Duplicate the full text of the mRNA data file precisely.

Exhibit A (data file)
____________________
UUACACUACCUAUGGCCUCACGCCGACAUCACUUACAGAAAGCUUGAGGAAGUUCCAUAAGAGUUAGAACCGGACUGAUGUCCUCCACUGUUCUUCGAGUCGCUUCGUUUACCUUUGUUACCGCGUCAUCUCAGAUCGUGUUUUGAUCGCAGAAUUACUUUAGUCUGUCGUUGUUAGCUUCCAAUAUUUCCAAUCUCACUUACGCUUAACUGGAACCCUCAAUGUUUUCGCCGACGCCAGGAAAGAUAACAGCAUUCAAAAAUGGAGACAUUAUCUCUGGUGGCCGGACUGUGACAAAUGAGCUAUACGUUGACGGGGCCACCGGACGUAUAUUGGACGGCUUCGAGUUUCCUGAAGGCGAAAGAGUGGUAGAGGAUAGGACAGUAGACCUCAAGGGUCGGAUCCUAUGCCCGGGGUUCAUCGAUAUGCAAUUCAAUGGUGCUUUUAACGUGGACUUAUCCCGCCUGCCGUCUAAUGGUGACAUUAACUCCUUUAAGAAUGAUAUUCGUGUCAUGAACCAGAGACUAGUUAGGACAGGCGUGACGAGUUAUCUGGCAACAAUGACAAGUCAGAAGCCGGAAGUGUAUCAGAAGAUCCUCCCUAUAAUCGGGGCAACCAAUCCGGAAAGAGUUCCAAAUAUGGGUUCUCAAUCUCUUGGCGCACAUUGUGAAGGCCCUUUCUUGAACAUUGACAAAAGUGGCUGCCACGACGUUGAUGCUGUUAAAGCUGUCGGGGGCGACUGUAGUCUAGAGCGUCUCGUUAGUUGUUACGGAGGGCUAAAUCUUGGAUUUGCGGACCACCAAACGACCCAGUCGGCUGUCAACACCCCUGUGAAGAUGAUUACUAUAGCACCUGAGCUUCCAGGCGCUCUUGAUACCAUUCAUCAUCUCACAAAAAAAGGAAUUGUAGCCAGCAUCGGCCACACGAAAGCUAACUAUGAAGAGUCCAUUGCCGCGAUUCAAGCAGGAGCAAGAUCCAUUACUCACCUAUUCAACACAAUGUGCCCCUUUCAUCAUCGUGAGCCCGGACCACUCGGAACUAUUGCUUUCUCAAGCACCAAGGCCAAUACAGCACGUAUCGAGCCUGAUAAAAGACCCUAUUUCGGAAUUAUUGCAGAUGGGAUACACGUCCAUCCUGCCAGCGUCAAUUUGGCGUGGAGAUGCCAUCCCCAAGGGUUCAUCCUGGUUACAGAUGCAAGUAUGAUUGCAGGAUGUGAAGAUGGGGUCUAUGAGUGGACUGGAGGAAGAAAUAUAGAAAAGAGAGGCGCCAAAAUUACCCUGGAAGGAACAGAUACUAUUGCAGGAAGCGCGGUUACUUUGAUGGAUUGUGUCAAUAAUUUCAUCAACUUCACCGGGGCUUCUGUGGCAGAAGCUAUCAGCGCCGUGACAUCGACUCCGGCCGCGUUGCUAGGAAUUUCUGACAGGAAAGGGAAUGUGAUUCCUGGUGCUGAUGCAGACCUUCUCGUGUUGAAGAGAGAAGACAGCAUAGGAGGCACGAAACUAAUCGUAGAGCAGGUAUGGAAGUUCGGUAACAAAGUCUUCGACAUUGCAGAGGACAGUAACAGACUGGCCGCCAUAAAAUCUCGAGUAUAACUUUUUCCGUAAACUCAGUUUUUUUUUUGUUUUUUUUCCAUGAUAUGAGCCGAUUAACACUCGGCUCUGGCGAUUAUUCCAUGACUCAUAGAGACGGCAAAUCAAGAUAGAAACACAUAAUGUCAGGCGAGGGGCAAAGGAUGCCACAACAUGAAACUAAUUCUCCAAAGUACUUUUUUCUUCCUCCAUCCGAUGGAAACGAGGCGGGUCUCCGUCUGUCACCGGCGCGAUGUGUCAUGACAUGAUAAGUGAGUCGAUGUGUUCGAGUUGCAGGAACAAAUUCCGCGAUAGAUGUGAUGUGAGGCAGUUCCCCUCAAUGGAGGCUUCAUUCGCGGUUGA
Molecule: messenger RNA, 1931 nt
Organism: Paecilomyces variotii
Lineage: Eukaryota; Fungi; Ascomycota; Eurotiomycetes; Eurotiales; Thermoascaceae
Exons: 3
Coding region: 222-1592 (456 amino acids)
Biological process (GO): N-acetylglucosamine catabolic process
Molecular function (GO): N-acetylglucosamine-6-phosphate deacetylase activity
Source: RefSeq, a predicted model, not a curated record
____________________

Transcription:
UUACACUACCUAUGGCCUCACGCCGACAUCACUUACAGAAAGCUUGAGGAAGUUCCAUAAGAGUUAGAACCGGACUGAUGUCCUCCACUGUUCUUCGAGUCGCUUCGUUUACCUUUGUUACCGCGUCAUCUCAGAUCGUGUUUUGAUCGCAGAAUUACUUUAGUCUGUCGUUGUUAGCUUCCAAUAUUUCCAAUCUCACUUACGCUUAACUGGAACCCUCAAUGUUUUCGCCGACGCCAGGAAAGAUAACAGCAUUCAAAAAUGGAGACAUUAUCUCUGGUGGCCGGACUGUGACAAAUGAGCUAUACGUUGACGGGGCCACCGGACGUAUAUUGGACGGCUUCGAGUUUCCUGAAGGCGAAAGAGUGGUAGAGGAUAGGACAGUAGACCUCAAGGGUCGGAUCCUAUGCCCGGGGUUCAUCGAUAUGCAAUUCAAUGGUGCUUUUAACGUGGACUUAUCCCGCCUGCCGUCUAAUGGUGACAUUAACUCCUUUAAGAAUGAUAUUCGUGUCAUGAACCAGAGACUAGUUAGGACAGGCGUGACGAGUUAUCUGGCAACAAUGACAAGUCAGAAGCCGGAAGUGUAUCAGAAGAUCCUCCCUAUAAUCGGGGCAACCAAUCCGGAAAGAGUUCCAAAUAUGGGUUCUCAAUCUCUUGGCGCACAUUGUGAAGGCCCUUUCUUGAACAUUGACAAAAGUGGCUGCCACGACGUUGAUGCUGUUAAAGCUGUCGGGGGCGACUGUAGUCUAGAGCGUCUCGUUAGUUGUUACGGAGGGCUAAAUCUUGGAUUUGCGGACCACCAAACGACCCAGUCGGCUGUCAACACCCCUGUGAAGAUGAUUACUAUAGCACCUGAGCUUCCAGGCGCUCUUGAUACCAUUCAUCAUCUCACAAAAAAAGGAAUUGUAGCCAGCAUCGGCCACACGAAAGCUAACUAUGAAGAGUCCAUUGCCGCGAUUCAAGCAGGAGCAAGAUCCAUUACUCACCUAUUCAACACAAUGUGCCCCUUUCAUCAUCGUGAGCCCGGACCACUCGGAACUAUUGCUUUCUCAAGCACCAAGGCCAAUACAGCACGUAUCGAGCCUGAUAAAAGACCCUAUUUCGGAAUUAUUGCAGAUGGGAUACACGUCCAUCCUGCCAGCGUCAAUUUGGCGUGGAGAUGCCAUCCCCAAGGGUUCAUCCUGGUUACAGAUGCAAGUAUGAUUGCAGGAUGUGAAGAUGGGGUCUAUGAGUGGACUGGAGGAAGAAAUAUAGAAAAGAGAGGCGCCAAAAUUACCCUGGAAGGAACAGAUACUAUUGCAGGAAGCGCGGUUACUUUGAUGGAUUGUGUCAAUAAUUUCAUCAACUUCACCGGGGCUUCUGUGGCAGAAGCUAUCAGCGCCGUGACAUCGACUCCGGCCGCGUUGCUAGGAAUUUCUGACAGGAAAGGGAAUGUGAUUCCUGGUGCUGAUGCAGACCUUCUCGUGUUGAAGAGAGAAGACAGCAUAGGAGGCACGAAACUAAUCGUAGAGCAGGUAUGGAAGUUCGGUAACAAAGUCUUCGACAUUGCAGAGGACAGUAACAGACUGGCCGCCAUAAAAUCUCGAGUAUAACUUUUUCCGUAAACUCAGUUUUUUUUUUGUUUUUUUUCCAUGAUAUGAGCCGAUUAACACUCGGCUCUGGCGAUUAUUCCAUGACUCAUAGAGACGGCAAAUCAAGAUAGAAACACAUAAUGUCAGGCGAGGGGCAAAGGAUGCCACAACAUGAAACUAAUUCUCCAAAGUACUUUUUUCUUCCUCCAUCCGAUGGAAACGAGGCGGGUCUCCGUCUGUCACCGGCGCGAUGUGUCAUGACAUGAUAAGUGAGUCGAUGUGUUCGAGUUGCAGGAACAAAUUCCGCGAUAGAUGUGAUGUGAGGCAGUUCCCCUCAAUGGAGGCUUCAUUCGCGGUUGA
Molecule: messenger RNA, 1931 nt
Organism: Paecilomyces variotii
Lineage: Eukaryota; Fungi; Ascomycota; Eurotiomycetes; Eurotiales; Thermoascaceae
Exons: 3
Coding region: 222-1592 (456 amino acids)
Biological process (GO): N-acetylglucosamine catabolic process
Molecular function (GO): N-acetylglucosamine-6-phosphate deacetylase activity
Source: RefSeq, a predicted model, not a curated record